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Terminating Irrevocable Trusts: Releasing Money Early is Possible, Although Not Always Easy

You have been named as a beneficiary of a Trust, but unfortunately your share of the Trust is not going to be given to you outright. Instead, it must remain locked away in an irrevocable Trust for some time. Some irrevocable Trusts last for several years, or until you reach a certain age, or for your entire lifetime.

Irrevocable Trusts

Why would any parent give a child an inheritance by locking it away in an irrevocable Trust? There are various reasons why that can occur, some of which are good planning choices and others are misguided. Whatever the reason for the creation of your irrevocable Trust, having money locked away is never easy. For starters, you have to ask the Trustee for distributions—assuming you’re entitled to any distributions. Many Trusts have distribution standards that allow you to get some money. But having to ask your Trustee to make a distribution can be difficult. Especially if the Trustee is one of your siblings.

So why not just terminate the whole thing and get your money outright instead? Believe it or not, terminating an irrevocable Trust, even one set to be locked away for your entire lifetime, is possible. That’s not to say it’s easy. It’s not easy. But it is possible.

Terminating an Irrevocable Trust

There are sections of the California Probate Code (sections 15403, 15404, 15408, and 15409) that provide various bases on which to terminate an otherwise irrevocable Trust. But, those code sections don’t tell the whole story because there is a practical side to terminating Trusts too.

By practical side, we mean the other people who are going to benefit—either now or later—from your Trust. For example, if you are going to receive income from the Trust, but someone else is going to receive the Trust principal after you pass, then you are probably going to have to pay that person something. When someone has a current or future interest in a Trust, they usually want to be paid something for that interest. Moreover, by agreeing to pay something to a future beneficiary, you may be able to buy their cooperation with your plan to terminate the Trust.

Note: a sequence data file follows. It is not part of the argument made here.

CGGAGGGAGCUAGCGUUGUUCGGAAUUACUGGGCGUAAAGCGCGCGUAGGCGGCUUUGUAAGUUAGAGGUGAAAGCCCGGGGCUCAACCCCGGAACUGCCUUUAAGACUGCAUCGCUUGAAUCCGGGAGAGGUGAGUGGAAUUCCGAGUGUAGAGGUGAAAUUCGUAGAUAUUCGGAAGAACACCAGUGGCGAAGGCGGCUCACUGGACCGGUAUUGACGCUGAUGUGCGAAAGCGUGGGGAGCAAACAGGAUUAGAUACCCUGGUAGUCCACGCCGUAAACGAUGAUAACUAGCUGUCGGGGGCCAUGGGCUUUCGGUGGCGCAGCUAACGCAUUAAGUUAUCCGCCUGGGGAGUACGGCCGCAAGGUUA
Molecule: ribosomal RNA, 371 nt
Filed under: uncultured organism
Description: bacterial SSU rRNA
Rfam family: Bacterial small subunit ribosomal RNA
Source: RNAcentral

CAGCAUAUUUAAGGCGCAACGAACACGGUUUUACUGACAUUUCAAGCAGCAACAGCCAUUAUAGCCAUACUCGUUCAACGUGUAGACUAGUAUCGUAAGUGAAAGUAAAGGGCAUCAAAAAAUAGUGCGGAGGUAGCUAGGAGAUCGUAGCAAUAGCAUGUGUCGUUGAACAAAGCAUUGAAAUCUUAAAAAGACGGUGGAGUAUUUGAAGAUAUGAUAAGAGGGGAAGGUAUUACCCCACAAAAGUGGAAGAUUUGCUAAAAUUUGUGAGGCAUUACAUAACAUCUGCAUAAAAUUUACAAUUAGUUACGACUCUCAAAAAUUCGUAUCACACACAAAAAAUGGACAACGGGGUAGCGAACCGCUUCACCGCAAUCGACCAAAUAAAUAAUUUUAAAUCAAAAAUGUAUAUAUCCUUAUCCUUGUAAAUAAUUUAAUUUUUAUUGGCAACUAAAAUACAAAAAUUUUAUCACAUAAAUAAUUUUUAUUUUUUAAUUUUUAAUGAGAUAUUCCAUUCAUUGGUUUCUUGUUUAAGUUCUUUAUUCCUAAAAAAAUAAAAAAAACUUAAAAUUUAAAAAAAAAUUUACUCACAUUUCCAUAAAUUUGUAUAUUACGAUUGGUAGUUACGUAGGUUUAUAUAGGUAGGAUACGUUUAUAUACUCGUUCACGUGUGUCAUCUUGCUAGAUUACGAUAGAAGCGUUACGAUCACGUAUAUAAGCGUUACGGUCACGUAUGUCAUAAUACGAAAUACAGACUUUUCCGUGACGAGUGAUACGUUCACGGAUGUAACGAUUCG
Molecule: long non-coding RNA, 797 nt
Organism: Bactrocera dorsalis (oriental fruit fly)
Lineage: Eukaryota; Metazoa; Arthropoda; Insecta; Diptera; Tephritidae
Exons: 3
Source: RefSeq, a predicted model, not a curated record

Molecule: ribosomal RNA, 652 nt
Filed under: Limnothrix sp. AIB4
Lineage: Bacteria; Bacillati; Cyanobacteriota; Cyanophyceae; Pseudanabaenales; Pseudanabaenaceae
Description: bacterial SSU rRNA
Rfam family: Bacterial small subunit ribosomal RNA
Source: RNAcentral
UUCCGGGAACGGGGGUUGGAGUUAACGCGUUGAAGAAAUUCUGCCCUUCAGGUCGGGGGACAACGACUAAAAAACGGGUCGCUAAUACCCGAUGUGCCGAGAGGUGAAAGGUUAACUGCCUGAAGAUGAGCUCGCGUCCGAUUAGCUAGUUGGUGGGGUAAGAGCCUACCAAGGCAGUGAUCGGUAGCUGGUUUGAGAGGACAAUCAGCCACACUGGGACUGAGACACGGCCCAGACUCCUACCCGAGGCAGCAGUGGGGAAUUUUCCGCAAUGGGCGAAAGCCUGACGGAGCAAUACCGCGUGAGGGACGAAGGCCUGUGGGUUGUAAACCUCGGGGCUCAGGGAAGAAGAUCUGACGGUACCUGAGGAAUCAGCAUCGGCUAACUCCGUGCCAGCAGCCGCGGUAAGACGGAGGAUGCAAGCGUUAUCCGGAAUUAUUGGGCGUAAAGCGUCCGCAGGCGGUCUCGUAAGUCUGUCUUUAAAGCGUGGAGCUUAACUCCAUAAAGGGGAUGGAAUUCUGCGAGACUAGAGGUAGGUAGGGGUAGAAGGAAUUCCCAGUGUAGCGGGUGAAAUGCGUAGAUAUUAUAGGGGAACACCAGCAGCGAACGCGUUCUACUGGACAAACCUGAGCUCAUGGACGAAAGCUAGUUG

The same could be true for the Trustee. Again, if you pay the Trustee a reasonable Trustee’s fee, they may be far more willing to go along with your Trust termination ideas. That’s not to say that you should pay them something unreasonable. But playing nice with the Trustee could go a long way to obtaining your Trust termination.

Doesn’t the Money Belong to Me?

I know what you’re thinking: Why should I have to pay other people to get MY money? Firstly, it’s not your money. When you are the beneficiary of an irrevocable Trust you have effectively been given only a portion of the Trust money. Getting money outright is very different from being given money in a Trust.

For example, if a parent leaves you ten thousand dollars outright, then it becomes yours. You own the money you can spend it however you like. But when you are given ten thousand dollars in an irrevocable Trust, then you really have only been given some of that money. The amount you receive is based on the Trust terms. If the Trust says you are only entitled to income from the money, then your gift may be much smaller than $10,000. Assuming the money generates five percent income per year, that would equal $500 per year. That’s a much smaller gift than $10,000.

In other words, a gift of $10,000 held in an irrevocable Trust is not actually a gift of $10,000 at all. It is a gift of maybe $1,000 to $2,000 at best once you do the math and figure out your share of that money.

And after you pass away, your Trust share is probably going to transfer to the remainder beneficiaries. That means the remainder beneficiaries will get what’s left of the $10,000. They have a valuable interest in your Trust—they just have to wait for it. Moreover, the Trustee is going to get his share of the Trust money too in the form of Trustee’s fees that are paid yearly to manage the Trust fund.

Bottom line: you, the Trustee, and the remainder beneficiaries all have a piece of your Trust funds. You do not own it alone. Therefore, you must deal with these other people if you hope to successfully terminate your Trust. And if you refuse to do that, then the court will do it for you. If you bring a petition in court to terminate an irrevocable Trust, the court may grant your petition, but it will also order that other interested parties must receive a share of your Trust fund.

But it’s not all bad news. With the right legal representation, you can navigate these dangerous waters and end up with a nice Trust termination for your efforts. You just need to be prepared to jump through some hoops and work to negotiate with the other people who have a hand in your piggy bank.